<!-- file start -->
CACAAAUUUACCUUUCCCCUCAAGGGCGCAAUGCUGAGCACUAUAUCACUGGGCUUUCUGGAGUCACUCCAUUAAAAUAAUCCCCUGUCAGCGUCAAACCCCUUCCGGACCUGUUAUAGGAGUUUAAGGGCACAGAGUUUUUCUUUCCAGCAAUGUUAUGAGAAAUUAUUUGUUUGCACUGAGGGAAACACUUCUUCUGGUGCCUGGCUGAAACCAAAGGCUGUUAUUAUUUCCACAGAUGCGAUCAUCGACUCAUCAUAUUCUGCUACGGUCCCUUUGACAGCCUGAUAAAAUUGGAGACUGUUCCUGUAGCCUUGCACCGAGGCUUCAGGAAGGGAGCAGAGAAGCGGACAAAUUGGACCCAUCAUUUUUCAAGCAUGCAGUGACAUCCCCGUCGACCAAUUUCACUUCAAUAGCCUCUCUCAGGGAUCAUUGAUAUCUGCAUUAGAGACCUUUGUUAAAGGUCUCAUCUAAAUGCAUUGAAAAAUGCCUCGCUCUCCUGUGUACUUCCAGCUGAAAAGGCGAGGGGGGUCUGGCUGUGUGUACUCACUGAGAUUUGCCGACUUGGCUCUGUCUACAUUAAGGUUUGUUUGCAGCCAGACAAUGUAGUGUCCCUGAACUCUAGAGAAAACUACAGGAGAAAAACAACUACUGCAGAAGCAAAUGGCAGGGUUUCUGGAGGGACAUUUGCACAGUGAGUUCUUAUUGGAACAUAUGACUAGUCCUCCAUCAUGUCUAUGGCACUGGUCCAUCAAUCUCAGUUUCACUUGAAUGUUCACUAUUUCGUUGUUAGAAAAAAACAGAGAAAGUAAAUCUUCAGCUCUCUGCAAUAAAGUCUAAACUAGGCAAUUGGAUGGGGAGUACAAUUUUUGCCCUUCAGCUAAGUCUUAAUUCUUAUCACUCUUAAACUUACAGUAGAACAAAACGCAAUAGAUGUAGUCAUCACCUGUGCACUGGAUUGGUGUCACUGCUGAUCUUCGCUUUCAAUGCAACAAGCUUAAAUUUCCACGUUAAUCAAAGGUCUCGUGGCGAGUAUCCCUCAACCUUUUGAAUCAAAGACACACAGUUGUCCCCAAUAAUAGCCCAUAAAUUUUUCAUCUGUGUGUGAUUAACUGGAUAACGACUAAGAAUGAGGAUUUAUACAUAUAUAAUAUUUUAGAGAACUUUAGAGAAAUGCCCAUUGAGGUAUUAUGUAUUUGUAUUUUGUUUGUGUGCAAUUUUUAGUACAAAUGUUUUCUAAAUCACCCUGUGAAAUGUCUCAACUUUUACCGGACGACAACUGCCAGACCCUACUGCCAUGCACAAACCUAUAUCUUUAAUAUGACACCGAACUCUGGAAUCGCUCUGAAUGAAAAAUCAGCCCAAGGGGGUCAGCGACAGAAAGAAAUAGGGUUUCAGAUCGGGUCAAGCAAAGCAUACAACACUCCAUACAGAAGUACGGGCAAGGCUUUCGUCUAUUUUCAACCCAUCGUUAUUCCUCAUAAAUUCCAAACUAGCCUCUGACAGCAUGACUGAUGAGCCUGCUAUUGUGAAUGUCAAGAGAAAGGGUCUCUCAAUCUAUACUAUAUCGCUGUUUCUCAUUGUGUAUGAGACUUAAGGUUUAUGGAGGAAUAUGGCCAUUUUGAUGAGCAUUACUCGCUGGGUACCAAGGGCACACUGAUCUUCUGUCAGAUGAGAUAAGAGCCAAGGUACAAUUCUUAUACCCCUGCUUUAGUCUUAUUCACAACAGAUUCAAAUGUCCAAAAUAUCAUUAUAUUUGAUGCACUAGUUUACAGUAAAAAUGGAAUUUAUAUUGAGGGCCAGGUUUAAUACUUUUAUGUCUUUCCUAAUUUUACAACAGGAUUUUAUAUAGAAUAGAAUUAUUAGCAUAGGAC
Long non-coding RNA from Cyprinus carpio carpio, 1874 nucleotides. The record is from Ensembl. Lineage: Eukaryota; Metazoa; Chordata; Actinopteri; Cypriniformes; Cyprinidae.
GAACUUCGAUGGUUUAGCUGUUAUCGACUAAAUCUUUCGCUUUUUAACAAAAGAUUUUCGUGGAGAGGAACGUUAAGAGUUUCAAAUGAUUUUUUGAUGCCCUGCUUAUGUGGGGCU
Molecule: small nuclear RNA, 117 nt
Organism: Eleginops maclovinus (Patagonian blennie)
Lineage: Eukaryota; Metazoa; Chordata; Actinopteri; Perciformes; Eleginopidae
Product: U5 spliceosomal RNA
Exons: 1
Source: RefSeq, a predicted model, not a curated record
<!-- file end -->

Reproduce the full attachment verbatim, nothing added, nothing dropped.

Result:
CACAAAUUUACCUUUCCCCUCAAGGGCGCAAUGCUGAGCACUAUAUCACUGGGCUUUCUGGAGUCACUCCAUUAAAAUAAUCCCCUGUCAGCGUCAAACCCCUUCCGGACCUGUUAUAGGAGUUUAAGGGCACAGAGUUUUUCUUUCCAGCAAUGUUAUGAGAAAUUAUUUGUUUGCACUGAGGGAAACACUUCUUCUGGUGCCUGGCUGAAACCAAAGGCUGUUAUUAUUUCCACAGAUGCGAUCAUCGACUCAUCAUAUUCUGCUACGGUCCCUUUGACAGCCUGAUAAAAUUGGAGACUGUUCCUGUAGCCUUGCACCGAGGCUUCAGGAAGGGAGCAGAGAAGCGGACAAAUUGGACCCAUCAUUUUUCAAGCAUGCAGUGACAUCCCCGUCGACCAAUUUCACUUCAAUAGCCUCUCUCAGGGAUCAUUGAUAUCUGCAUUAGAGACCUUUGUUAAAGGUCUCAUCUAAAUGCAUUGAAAAAUGCCUCGCUCUCCUGUGUACUUCCAGCUGAAAAGGCGAGGGGGGUCUGGCUGUGUGUACUCACUGAGAUUUGCCGACUUGGCUCUGUCUACAUUAAGGUUUGUUUGCAGCCAGACAAUGUAGUGUCCCUGAACUCUAGAGAAAACUACAGGAGAAAAACAACUACUGCAGAAGCAAAUGGCAGGGUUUCUGGAGGGACAUUUGCACAGUGAGUUCUUAUUGGAACAUAUGACUAGUCCUCCAUCAUGUCUAUGGCACUGGUCCAUCAAUCUCAGUUUCACUUGAAUGUUCACUAUUUCGUUGUUAGAAAAAAACAGAGAAAGUAAAUCUUCAGCUCUCUGCAAUAAAGUCUAAACUAGGCAAUUGGAUGGGGAGUACAAUUUUUGCCCUUCAGCUAAGUCUUAAUUCUUAUCACUCUUAAACUUACAGUAGAACAAAACGCAAUAGAUGUAGUCAUCACCUGUGCACUGGAUUGGUGUCACUGCUGAUCUUCGCUUUCAAUGCAACAAGCUUAAAUUUCCACGUUAAUCAAAGGUCUCGUGGCGAGUAUCCCUCAACCUUUUGAAUCAAAGACACACAGUUGUCCCCAAUAAUAGCCCAUAAAUUUUUCAUCUGUGUGUGAUUAACUGGAUAACGACUAAGAAUGAGGAUUUAUACAUAUAUAAUAUUUUAGAGAACUUUAGAGAAAUGCCCAUUGAGGUAUUAUGUAUUUGUAUUUUGUUUGUGUGCAAUUUUUAGUACAAAUGUUUUCUAAAUCACCCUGUGAAAUGUCUCAACUUUUACCGGACGACAACUGCCAGACCCUACUGCCAUGCACAAACCUAUAUCUUUAAUAUGACACCGAACUCUGGAAUCGCUCUGAAUGAAAAAUCAGCCCAAGGGGGUCAGCGACAGAAAGAAAUAGGGUUUCAGAUCGGGUCAAGCAAAGCAUACAACACUCCAUACAGAAGUACGGGCAAGGCUUUCGUCUAUUUUCAACCCAUCGUUAUUCCUCAUAAAUUCCAAACUAGCCUCUGACAGCAUGACUGAUGAGCCUGCUAUUGUGAAUGUCAAGAGAAAGGGUCUCUCAAUCUAUACUAUAUCGCUGUUUCUCAUUGUGUAUGAGACUUAAGGUUUAUGGAGGAAUAUGGCCAUUUUGAUGAGCAUUACUCGCUGGGUACCAAGGGCACACUGAUCUUCUGUCAGAUGAGAUAAGAGCCAAGGUACAAUUCUUAUACCCCUGCUUUAGUCUUAUUCACAACAGAUUCAAAUGUCCAAAAUAUCAUUAUAUUUGAUGCACUAGUUUACAGUAAAAAUGGAAUUUAUAUUGAGGGCCAGGUUUAAUACUUUUAUGUCUUUCCUAAUUUUACAACAGGAUUUUAUAUAGAAUAGAAUUAUUAGCAUAGGAC
Long non-coding RNA from Cyprinus carpio carpio, 1874 nucleotides. The record is from Ensembl. Lineage: Eukaryota; Metazoa; Chordata; Actinopteri; Cypriniformes; Cyprinidae.
GAACUUCGAUGGUUUAGCUGUUAUCGACUAAAUCUUUCGCUUUUUAACAAAAGAUUUUCGUGGAGAGGAACGUUAAGAGUUUCAAAUGAUUUUUUGAUGCCCUGCUUAUGUGGGGCU
Molecule: small nuclear RNA, 117 nt
Organism: Eleginops maclovinus (Patagonian blennie)
Lineage: Eukaryota; Metazoa; Chordata; Actinopteri; Perciformes; Eleginopidae
Product: U5 spliceosomal RNA
Exons: 1
Source: RefSeq, a predicted model, not a curated record